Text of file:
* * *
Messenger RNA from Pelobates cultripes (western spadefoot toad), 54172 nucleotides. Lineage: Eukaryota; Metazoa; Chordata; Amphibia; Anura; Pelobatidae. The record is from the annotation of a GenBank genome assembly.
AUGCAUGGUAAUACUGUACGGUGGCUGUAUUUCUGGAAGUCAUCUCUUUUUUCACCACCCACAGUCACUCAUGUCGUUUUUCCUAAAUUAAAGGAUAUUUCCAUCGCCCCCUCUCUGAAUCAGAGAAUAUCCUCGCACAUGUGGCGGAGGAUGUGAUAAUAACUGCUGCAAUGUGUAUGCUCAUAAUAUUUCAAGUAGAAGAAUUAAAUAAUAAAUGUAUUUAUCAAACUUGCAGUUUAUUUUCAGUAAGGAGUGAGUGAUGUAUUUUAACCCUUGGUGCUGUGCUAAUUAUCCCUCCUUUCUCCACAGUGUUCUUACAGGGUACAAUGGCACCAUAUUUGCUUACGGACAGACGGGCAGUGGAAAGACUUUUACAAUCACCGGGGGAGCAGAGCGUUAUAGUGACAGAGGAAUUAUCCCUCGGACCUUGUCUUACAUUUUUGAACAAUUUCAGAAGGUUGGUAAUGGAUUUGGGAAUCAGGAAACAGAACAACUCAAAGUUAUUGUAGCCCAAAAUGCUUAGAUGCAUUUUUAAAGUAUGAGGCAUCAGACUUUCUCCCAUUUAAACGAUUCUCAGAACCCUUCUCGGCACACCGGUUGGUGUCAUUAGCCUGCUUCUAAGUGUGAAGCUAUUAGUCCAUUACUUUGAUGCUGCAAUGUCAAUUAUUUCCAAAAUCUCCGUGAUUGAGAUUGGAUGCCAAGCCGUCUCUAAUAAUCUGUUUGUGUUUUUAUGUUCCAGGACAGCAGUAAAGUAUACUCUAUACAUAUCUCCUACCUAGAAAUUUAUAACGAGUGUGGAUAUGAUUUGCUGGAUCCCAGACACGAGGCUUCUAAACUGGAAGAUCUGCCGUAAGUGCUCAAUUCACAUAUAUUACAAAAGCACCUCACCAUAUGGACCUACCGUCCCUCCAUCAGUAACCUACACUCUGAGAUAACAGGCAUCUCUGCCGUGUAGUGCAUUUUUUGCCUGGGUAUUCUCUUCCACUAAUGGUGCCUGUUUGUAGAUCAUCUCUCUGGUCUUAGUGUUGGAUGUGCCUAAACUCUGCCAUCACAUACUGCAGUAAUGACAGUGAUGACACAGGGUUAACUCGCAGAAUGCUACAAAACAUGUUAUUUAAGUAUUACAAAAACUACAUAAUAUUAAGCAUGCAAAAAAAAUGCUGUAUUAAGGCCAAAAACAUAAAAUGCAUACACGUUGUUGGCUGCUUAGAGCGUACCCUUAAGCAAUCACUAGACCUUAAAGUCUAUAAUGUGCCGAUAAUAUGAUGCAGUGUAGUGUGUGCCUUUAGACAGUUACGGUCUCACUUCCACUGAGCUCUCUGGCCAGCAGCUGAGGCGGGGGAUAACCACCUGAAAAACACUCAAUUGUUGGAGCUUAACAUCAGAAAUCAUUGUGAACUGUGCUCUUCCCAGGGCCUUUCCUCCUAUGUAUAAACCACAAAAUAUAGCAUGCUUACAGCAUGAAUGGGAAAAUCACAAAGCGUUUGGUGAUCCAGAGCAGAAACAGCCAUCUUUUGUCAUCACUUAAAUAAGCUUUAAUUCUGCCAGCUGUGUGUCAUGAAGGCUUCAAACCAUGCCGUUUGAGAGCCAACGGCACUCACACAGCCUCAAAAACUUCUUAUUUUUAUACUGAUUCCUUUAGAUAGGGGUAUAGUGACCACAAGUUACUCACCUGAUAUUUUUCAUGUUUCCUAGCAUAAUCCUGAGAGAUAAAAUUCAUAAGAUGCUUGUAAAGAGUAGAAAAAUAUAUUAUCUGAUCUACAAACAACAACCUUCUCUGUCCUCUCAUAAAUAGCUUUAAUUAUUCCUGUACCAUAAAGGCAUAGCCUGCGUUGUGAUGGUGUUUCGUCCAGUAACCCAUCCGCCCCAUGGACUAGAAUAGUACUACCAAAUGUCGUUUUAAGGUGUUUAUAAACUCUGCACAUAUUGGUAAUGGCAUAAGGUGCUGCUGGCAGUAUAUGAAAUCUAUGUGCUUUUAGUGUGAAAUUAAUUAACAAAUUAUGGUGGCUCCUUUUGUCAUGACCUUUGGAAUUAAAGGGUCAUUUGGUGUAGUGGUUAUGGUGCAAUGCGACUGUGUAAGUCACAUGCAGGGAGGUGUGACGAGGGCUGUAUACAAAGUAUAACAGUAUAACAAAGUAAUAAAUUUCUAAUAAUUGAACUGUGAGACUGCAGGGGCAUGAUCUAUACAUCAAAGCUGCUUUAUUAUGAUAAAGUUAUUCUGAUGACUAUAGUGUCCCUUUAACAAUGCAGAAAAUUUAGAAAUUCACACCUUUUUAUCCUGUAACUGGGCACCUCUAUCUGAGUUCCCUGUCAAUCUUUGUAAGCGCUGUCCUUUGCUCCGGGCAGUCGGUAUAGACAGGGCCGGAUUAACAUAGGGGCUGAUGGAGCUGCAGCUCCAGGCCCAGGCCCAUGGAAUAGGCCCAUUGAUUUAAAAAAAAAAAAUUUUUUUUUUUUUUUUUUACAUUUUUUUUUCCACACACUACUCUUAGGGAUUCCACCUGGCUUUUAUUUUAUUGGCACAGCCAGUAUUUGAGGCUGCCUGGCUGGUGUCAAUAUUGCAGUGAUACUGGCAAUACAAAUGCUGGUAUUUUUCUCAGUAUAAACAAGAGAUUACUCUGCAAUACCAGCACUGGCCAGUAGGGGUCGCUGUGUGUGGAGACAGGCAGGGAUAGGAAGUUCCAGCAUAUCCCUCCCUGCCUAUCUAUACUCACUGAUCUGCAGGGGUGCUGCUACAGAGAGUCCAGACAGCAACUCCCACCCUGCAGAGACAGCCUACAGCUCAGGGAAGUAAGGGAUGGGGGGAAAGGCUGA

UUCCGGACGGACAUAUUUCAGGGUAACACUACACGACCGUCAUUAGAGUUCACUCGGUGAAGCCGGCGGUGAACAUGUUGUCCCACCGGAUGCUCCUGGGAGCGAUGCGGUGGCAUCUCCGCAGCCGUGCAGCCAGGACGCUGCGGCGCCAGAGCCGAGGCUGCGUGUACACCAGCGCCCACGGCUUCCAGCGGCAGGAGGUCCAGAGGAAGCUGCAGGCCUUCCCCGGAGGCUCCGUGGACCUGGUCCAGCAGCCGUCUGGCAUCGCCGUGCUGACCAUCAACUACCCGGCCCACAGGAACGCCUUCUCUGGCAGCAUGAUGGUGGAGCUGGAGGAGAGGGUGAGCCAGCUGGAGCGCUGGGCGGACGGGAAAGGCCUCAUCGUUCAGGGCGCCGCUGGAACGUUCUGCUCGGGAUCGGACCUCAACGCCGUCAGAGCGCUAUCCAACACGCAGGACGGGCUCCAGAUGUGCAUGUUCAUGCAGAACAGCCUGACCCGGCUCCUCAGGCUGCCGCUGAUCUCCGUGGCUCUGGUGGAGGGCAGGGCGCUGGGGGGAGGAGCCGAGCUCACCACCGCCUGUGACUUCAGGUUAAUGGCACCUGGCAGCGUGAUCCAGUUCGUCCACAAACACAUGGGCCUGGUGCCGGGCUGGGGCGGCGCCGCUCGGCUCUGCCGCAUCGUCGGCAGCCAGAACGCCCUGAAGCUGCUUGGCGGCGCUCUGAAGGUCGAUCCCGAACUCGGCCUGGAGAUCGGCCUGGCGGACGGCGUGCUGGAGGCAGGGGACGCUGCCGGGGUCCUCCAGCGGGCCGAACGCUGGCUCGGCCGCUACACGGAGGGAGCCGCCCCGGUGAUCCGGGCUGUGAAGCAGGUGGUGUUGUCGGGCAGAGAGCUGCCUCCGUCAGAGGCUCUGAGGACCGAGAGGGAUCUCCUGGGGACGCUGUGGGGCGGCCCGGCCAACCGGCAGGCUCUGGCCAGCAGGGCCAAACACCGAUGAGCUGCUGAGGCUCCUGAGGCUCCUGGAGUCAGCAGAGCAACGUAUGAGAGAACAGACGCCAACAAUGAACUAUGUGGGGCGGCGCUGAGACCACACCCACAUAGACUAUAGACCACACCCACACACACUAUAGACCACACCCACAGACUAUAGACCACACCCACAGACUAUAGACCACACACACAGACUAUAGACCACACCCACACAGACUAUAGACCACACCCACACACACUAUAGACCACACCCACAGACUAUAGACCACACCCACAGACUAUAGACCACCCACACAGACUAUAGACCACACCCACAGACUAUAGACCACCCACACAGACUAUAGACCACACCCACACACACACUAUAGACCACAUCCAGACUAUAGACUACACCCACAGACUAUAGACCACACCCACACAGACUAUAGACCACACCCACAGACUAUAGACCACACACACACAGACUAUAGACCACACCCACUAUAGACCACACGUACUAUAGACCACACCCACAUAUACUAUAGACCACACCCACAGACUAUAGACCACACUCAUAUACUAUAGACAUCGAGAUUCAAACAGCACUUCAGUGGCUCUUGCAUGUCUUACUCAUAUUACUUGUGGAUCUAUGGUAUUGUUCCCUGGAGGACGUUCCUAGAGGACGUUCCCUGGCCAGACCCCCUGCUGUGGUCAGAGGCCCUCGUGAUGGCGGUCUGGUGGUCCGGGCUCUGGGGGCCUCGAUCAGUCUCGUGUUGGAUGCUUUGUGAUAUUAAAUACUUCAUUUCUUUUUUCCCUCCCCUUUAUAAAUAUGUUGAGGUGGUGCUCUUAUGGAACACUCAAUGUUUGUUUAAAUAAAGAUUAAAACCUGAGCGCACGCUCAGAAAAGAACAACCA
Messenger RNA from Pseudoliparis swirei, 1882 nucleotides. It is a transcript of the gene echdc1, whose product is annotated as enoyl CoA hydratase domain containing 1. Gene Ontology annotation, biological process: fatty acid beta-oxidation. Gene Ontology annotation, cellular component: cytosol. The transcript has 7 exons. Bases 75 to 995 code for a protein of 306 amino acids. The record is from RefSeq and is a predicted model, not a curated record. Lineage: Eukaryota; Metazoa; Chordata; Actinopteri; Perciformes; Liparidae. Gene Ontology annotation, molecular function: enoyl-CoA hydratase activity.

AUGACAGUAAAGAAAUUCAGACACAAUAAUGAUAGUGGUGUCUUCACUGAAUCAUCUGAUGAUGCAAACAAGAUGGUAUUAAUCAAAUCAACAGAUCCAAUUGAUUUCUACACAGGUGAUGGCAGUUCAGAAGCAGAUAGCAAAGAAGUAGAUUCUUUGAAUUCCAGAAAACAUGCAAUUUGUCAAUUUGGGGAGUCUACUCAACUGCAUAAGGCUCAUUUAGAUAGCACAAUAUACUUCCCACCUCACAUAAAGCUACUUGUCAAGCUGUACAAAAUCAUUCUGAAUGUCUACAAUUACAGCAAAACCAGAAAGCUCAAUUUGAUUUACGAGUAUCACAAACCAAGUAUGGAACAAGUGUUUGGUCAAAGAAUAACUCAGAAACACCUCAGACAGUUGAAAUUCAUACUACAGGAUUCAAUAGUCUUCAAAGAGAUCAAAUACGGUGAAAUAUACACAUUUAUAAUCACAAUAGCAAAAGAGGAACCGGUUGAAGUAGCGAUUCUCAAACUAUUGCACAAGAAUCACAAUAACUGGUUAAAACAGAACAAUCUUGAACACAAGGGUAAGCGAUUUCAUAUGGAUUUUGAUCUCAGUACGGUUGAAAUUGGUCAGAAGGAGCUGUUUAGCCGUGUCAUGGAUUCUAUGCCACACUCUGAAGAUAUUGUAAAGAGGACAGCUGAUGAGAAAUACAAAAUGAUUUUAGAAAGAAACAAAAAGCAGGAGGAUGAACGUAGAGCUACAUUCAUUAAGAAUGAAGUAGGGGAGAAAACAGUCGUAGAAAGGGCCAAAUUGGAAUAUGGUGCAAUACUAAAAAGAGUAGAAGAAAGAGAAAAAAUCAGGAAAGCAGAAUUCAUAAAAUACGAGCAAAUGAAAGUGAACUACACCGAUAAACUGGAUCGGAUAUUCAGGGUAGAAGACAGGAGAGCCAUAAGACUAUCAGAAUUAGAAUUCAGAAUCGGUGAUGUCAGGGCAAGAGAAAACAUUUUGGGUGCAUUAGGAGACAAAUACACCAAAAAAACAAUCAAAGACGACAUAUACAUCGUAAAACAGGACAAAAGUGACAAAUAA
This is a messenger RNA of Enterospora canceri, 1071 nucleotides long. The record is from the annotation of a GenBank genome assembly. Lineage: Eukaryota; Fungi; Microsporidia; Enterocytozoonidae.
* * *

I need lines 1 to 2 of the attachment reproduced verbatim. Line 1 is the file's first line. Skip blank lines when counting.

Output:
Messenger RNA from Pelobates cultripes (western spadefoot toad), 54172 nucleotides. Lineage: Eukaryota; Metazoa; Chordata; Amphibia; Anura; Pelobatidae. The record is from the annotation of a GenBank genome assembly.
AUGCAUGGUAAUACUGUACGGUGGCUGUAUUUCUGGAAGUCAUCUCUUUUUUCACCACCCACAGUCACUCAUGUCGUUUUUCCUAAAUUAAAGGAUAUUUCCAUCGCCCCCUCUCUGAAUCAGAGAAUAUCCUCGCACAUGUGGCGGAGGAUGUGAUAAUAACUGCUGCAAUGUGUAUGCUCAUAAUAUUUCAAGUAGAAGAAUUAAAUAAUAAAUGUAUUUAUCAAACUUGCAGUUUAUUUUCAGUAAGGAGUGAGUGAUGUAUUUUAACCCUUGGUGCUGUGCUAAUUAUCCCUCCUUUCUCCACAGUGUUCUUACAGGGUACAAUGGCACCAUAUUUGCUUACGGACAGACGGGCAGUGGAAAGACUUUUACAAUCACCGGGGGAGCAGAGCGUUAUAGUGACAGAGGAAUUAUCCCUCGGACCUUGUCUUACAUUUUUGAACAAUUUCAGAAGGUUGGUAAUGGAUUUGGGAAUCAGGAAACAGAACAACUCAAAGUUAUUGUAGCCCAAAAUGCUUAGAUGCAUUUUUAAAGUAUGAGGCAUCAGACUUUCUCCCAUUUAAACGAUUCUCAGAACCCUUCUCGGCACACCGGUUGGUGUCAUUAGCCUGCUUCUAAGUGUGAAGCUAUUAGUCCAUUACUUUGAUGCUGCAAUGUCAAUUAUUUCCAAAAUCUCCGUGAUUGAGAUUGGAUGCCAAGCCGUCUCUAAUAAUCUGUUUGUGUUUUUAUGUUCCAGGACAGCAGUAAAGUAUACUCUAUACAUAUCUCCUACCUAGAAAUUUAUAACGAGUGUGGAUAUGAUUUGCUGGAUCCCAGACACGAGGCUUCUAAACUGGAAGAUCUGCCGUAAGUGCUCAAUUCACAUAUAUUACAAAAGCACCUCACCAUAUGGACCUACCGUCCCUCCAUCAGUAACCUACACUCUGAGAUAACAGGCAUCUCUGCCGUGUAGUGCAUUUUUUGCCUGGGUAUUCUCUUCCACUAAUGGUGCCUGUUUGUAGAUCAUCUCUCUGGUCUUAGUGUUGGAUGUGCCUAAACUCUGCCAUCACAUACUGCAGUAAUGACAGUGAUGACACAGGGUUAACUCGCAGAAUGCUACAAAACAUGUUAUUUAAGUAUUACAAAAACUACAUAAUAUUAAGCAUGCAAAAAAAAUGCUGUAUUAAGGCCAAAAACAUAAAAUGCAUACACGUUGUUGGCUGCUUAGAGCGUACCCUUAAGCAAUCACUAGACCUUAAAGUCUAUAAUGUGCCGAUAAUAUGAUGCAGUGUAGUGUGUGCCUUUAGACAGUUACGGUCUCACUUCCACUGAGCUCUCUGGCCAGCAGCUGAGGCGGGGGAUAACCACCUGAAAAACACUCAAUUGUUGGAGCUUAACAUCAGAAAUCAUUGUGAACUGUGCUCUUCCCAGGGCCUUUCCUCCUAUGUAUAAACCACAAAAUAUAGCAUGCUUACAGCAUGAAUGGGAAAAUCACAAAGCGUUUGGUGAUCCAGAGCAGAAACAGCCAUCUUUUGUCAUCACUUAAAUAAGCUUUAAUUCUGCCAGCUGUGUGUCAUGAAGGCUUCAAACCAUGCCGUUUGAGAGCCAACGGCACUCACACAGCCUCAAAAACUUCUUAUUUUUAUACUGAUUCCUUUAGAUAGGGGUAUAGUGACCACAAGUUACUCACCUGAUAUUUUUCAUGUUUCCUAGCAUAAUCCUGAGAGAUAAAAUUCAUAAGAUGCUUGUAAAGAGUAGAAAAAUAUAUUAUCUGAUCUACAAACAACAACCUUCUCUGUCCUCUCAUAAAUAGCUUUAAUUAUUCCUGUACCAUAAAGGCAUAGCCUGCGUUGUGAUGGUGUUUCGUCCAGUAACCCAUCCGCCCCAUGGACUAGAAUAGUACUACCAAAUGUCGUUUUAAGGUGUUUAUAAACUCUGCACAUAUUGGUAAUGGCAUAAGGUGCUGCUGGCAGUAUAUGAAAUCUAUGUGCUUUUAGUGUGAAAUUAAUUAACAAAUUAUGGUGGCUCCUUUUGUCAUGACCUUUGGAAUUAAAGGGUCAUUUGGUGUAGUGGUUAUGGUGCAAUGCGACUGUGUAAGUCACAUGCAGGGAGGUGUGACGAGGGCUGUAUACAAAGUAUAACAGUAUAACAAAGUAAUAAAUUUCUAAUAAUUGAACUGUGAGACUGCAGGGGCAUGAUCUAUACAUCAAAGCUGCUUUAUUAUGAUAAAGUUAUUCUGAUGACUAUAGUGUCCCUUUAACAAUGCAGAAAAUUUAGAAAUUCACACCUUUUUAUCCUGUAACUGGGCACCUCUAUCUGAGUUCCCUGUCAAUCUUUGUAAGCGCUGUCCUUUGCUCCGGGCAGUCGGUAUAGACAGGGCCGGAUUAACAUAGGGGCUGAUGGAGCUGCAGCUCCAGGCCCAGGCCCAUGGAAUAGGCCCAUUGAUUUAAAAAAAAAAAAUUUUUUUUUUUUUUUUUUACAUUUUUUUUUCCACACACUACUCUUAGGGAUUCCACCUGGCUUUUAUUUUAUUGGCACAGCCAGUAUUUGAGGCUGCCUGGCUGGUGUCAAUAUUGCAGUGAUACUGGCAAUACAAAUGCUGGUAUUUUUCUCAGUAUAAACAAGAGAUUACUCUGCAAUACCAGCACUGGCCAGUAGGGGUCGCUGUGUGUGGAGACAGGCAGGGAUAGGAAGUUCCAGCAUAUCCCUCCCUGCCUAUCUAUACUCACUGAUCUGCAGGGGUGCUGCUACAGAGAGUCCAGACAGCAACUCCCACCCUGCAGAGACAGCCUACAGCUCAGGGAAGUAAGGGAUGGGGGGAAAGGCUGA